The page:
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Chemistry drives cross country teams’ success as they prepare for NCAA regional competition

Sommer Fanney
Guilford College women’s cross country first-year Samantha Brown runs at the ODAC Cross Country Championships on Saturday, Oct. 28, 2017. //Photo courtesy of Sommer Fanney

The men’s and women’s cross country teams completed their runs at the Old Dominion Athletic Conference championships hosted by Virginia Wesleyan University on Saturday Oct. 28, and the success of the top runners was anything but an individual effort.

The men’s team finished eighth overall at the meet with 250 points, beating out Hampden-Sydney College, Eastern Mennonite University and Randolph College.

The Quakers were led by first-year runner Kieran Arbury, who finished 37th of the 94 runners, clocking a time of 27:35 in the 8K race. He finished three minutes behind Robert Hiegel of Bridgewater College, the individual winner of the race. The Eagles finished in second place with 74 points behind Washington and Lee University, who won the team competition with 27 points.

The team found difficulties transitioning from the typical courses that include areas with hills, which they had trained for all year, to the flatness of Virginia Wesleyan’s course. Pacing was important for the team coming in.

“The way the course is set up, you could really get in trouble if you get out way too fast too early,” said head men’s coach Danny Cash. “The training they have been doing is so strong, (and they needed to adjust to) running flat when they are used to running hills.”

On the women’s side, senior Sommer Fanney led the Quakers with a time 25:32, claiming 44th place of the 94 competitors in the race. The Quakers finished ninth in the league with 278 points. Washington and Lee also won on the women’s side with 34 points, while 74 points from Lynchburg College was good for second.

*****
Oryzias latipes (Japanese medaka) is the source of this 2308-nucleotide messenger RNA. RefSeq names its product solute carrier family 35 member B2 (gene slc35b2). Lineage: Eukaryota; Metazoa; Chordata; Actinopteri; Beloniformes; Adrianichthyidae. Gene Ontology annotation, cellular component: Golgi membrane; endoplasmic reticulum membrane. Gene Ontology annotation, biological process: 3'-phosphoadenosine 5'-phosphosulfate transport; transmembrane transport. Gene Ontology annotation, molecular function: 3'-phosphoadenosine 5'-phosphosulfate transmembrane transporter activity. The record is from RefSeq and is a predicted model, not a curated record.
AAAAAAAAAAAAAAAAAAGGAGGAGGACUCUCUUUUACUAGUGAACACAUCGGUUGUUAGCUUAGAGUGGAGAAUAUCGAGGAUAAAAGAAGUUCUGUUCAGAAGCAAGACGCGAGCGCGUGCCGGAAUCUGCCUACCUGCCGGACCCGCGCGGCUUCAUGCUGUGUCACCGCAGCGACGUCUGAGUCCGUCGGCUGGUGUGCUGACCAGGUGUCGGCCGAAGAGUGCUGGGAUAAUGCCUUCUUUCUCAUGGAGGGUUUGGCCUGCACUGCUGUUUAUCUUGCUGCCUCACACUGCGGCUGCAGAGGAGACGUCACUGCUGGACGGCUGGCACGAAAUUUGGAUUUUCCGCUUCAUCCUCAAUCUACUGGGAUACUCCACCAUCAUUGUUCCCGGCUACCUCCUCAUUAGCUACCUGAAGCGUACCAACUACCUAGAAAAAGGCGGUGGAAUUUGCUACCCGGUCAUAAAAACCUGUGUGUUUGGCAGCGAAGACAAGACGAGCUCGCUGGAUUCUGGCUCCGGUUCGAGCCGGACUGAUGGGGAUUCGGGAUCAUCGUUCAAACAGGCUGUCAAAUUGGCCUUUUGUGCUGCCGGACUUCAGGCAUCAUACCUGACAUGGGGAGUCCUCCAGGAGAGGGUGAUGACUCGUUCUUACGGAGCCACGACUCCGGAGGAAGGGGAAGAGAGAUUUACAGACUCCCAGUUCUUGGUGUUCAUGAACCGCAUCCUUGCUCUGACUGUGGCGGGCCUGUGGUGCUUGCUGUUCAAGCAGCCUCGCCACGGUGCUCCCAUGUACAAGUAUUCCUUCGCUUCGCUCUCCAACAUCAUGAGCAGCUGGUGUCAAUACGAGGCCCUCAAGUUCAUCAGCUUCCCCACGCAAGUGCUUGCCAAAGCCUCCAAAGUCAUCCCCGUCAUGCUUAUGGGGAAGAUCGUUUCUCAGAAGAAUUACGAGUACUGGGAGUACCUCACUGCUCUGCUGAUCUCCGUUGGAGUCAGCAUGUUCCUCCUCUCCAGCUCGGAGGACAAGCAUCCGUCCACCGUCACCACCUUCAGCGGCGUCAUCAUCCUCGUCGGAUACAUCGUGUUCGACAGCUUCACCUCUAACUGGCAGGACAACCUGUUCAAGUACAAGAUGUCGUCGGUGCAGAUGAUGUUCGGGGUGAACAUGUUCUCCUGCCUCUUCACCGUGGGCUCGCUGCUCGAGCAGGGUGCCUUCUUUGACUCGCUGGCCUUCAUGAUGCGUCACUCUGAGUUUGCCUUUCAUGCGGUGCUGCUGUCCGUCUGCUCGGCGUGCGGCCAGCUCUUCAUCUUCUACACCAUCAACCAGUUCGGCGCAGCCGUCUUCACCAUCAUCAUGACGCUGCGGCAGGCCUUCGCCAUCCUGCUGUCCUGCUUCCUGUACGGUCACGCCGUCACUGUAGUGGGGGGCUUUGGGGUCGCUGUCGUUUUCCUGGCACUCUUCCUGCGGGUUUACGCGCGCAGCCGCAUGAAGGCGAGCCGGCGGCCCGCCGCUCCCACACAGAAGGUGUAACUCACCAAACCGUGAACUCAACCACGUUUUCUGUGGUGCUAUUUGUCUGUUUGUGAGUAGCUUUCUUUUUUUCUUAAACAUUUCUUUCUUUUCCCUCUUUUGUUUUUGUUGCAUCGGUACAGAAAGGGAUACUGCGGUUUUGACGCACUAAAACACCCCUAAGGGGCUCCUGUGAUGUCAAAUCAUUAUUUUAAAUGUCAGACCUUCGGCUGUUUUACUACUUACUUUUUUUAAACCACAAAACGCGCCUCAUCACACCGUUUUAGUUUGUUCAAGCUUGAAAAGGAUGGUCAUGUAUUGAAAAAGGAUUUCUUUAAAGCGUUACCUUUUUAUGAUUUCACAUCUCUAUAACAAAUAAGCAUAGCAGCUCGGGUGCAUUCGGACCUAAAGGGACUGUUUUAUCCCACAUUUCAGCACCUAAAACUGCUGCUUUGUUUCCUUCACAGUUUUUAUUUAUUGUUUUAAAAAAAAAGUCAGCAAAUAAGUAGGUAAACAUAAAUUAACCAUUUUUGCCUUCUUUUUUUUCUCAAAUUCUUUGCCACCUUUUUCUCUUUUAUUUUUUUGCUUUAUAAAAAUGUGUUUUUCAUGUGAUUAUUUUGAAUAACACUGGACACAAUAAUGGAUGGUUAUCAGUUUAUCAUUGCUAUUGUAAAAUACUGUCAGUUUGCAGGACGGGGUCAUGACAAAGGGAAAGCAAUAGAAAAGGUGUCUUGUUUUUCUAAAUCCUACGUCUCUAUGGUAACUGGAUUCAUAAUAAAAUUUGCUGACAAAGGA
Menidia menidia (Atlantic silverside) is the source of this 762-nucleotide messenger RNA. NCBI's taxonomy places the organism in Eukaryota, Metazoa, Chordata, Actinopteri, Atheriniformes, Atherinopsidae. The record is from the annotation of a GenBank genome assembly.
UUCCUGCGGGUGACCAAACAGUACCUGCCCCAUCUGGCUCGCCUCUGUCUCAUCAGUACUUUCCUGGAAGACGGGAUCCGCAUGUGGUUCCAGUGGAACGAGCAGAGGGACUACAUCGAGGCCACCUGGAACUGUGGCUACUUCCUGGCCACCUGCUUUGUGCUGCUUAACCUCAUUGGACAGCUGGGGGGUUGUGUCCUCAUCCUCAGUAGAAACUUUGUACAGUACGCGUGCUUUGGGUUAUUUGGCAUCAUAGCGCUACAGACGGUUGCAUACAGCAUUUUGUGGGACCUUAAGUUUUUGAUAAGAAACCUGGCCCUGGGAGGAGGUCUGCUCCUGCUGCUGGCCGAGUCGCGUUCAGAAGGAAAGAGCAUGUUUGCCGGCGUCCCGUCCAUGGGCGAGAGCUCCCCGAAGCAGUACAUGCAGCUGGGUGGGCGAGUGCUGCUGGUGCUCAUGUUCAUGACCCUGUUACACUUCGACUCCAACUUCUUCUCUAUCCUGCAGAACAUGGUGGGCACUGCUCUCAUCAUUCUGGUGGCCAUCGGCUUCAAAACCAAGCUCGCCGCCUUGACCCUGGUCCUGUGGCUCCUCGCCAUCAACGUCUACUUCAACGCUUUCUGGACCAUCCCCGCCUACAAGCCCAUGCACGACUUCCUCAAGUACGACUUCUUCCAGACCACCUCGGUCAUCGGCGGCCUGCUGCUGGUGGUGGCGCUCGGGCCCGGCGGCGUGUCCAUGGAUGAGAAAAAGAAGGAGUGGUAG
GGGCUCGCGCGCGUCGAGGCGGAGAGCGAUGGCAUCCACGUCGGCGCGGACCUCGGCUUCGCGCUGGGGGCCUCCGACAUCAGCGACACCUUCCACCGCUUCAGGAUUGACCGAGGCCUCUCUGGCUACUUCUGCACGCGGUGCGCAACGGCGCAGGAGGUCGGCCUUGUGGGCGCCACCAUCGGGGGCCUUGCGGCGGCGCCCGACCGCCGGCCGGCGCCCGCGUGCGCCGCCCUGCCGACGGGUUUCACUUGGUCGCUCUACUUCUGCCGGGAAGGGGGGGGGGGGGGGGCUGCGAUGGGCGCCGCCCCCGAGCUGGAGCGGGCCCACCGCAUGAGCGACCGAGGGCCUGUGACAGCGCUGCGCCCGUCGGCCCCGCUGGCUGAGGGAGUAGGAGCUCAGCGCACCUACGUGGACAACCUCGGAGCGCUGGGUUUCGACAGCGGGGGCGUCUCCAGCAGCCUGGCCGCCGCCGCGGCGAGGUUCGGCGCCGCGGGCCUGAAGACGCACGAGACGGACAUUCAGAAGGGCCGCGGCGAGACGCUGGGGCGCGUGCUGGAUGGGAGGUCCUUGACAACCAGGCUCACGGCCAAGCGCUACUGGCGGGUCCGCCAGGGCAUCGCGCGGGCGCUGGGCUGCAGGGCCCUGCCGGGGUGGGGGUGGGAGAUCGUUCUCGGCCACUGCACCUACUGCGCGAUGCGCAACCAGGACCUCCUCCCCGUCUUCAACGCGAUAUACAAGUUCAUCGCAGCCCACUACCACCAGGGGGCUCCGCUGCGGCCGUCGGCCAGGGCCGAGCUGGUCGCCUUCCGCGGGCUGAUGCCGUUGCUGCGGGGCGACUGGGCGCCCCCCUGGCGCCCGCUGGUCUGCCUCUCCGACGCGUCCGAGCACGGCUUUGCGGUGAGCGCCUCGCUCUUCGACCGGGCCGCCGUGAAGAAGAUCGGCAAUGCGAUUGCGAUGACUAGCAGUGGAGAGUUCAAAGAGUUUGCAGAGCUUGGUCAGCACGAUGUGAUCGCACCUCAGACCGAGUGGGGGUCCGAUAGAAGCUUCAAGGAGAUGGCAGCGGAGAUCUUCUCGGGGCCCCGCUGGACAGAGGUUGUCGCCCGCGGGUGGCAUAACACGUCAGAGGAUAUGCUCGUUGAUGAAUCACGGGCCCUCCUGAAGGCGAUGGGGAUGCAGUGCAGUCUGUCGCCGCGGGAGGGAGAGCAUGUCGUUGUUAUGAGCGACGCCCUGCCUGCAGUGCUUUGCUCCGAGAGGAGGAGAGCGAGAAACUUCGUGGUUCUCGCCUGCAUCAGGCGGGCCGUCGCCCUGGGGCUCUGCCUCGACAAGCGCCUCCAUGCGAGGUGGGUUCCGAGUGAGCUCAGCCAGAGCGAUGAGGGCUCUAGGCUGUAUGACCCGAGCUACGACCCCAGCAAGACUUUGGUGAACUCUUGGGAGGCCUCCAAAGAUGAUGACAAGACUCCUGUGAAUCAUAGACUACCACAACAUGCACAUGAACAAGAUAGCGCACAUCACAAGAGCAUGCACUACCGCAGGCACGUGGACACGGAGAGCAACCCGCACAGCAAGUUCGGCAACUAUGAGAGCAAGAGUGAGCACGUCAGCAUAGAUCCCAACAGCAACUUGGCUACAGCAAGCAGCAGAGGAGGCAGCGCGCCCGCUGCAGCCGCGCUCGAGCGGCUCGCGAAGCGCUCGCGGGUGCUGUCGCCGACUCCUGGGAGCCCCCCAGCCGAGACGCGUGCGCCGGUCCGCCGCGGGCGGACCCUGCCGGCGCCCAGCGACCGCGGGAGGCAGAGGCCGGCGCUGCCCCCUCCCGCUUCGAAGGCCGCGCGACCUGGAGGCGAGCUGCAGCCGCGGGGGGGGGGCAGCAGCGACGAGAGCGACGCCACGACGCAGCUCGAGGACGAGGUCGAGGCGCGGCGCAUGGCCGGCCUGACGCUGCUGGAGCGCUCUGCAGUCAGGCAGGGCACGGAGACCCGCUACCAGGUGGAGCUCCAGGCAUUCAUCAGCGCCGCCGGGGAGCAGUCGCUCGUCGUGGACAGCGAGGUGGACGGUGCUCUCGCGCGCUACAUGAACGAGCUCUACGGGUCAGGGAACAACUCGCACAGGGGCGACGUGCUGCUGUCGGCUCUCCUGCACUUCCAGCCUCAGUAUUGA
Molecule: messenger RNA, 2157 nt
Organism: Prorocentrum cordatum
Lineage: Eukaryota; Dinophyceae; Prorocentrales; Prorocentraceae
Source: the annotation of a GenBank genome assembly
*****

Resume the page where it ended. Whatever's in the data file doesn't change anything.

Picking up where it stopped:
This was the first cross country ODAC championship for head women’s coach Maria Lindsay. Lindsay will also serve as the head coach of the women’s track and field team.

“Coach Maria is such an energetic, unique individual,” said junior runner Samantha Brooks. “She is so kind-hearted and sees tremendous potential in all of us. I have loved getting to know her, and I look forward to running under her guidance for my final season of cross country.”

Cash, who was the head coach of both teams before Lindsay’s introduction this season, also sees promise in the new coach.

“(Coach Lindsay) is very personable,” said Cash. “She is easy to work with, athletes love her and she has good knowledge in her event areas. She doesn’t have a big background in cross country, so she’s been spending a lot of time learning.

“Being a small coaching staff, we are in cross country season now, but track and field season is starting soon. So we will have track athletes training at the same time as cross country athletes, and so for (Coach Lindsay), coming from a different level where they had split seasons, there’s a lot of time management training for coaches. But she’s done an excellent job.”

Although the sport is competed individually, the amount of emphasis placed on team chemistry by the coaching staff and veteran runners contributes largely to faster times all-around.

“The team bonded very well this year (despite) all the new people coming,” said Cash. “I call the upperclassmen ‘team leaders’ instead of ‘captains.’ They’ve done a wonderful job of helping the younger runners transition. The men’s and women’s teams work together as well.”

The use of “leaders” instead of “captains” is a tool that Cash uses to mold their chemistry and equivalate the runners regardless of talent or experience.

“For me, especially here at Guilford, with the way things are set up with our Quaker values, I like saying leaders because then you’re a part of the team,” said Cash. “’Captains’ implies ‘I’m here while everyone else is below.’ As a coach, I think of my job as teaching rather than simply telling you what to do, and I want our team leaders to do the same.”

Letting the team leaders take the reins at times creates a comfortable atmosphere for younger runners.

“It’s like academics,” said Cash. “You want your first-years to be able to feel comfortable to talk to professors. If your leaders are approachable, the younger runners can feel comfortable enough to come up and talk to them. It builds that mentality and environment that anybody is a leader and anybody can do it.”

The cross country teams return to action Nov. 11, for the NCAA Division III South/Southeast Regionals at Lee Hall Mansion in Newport News, Virginia.

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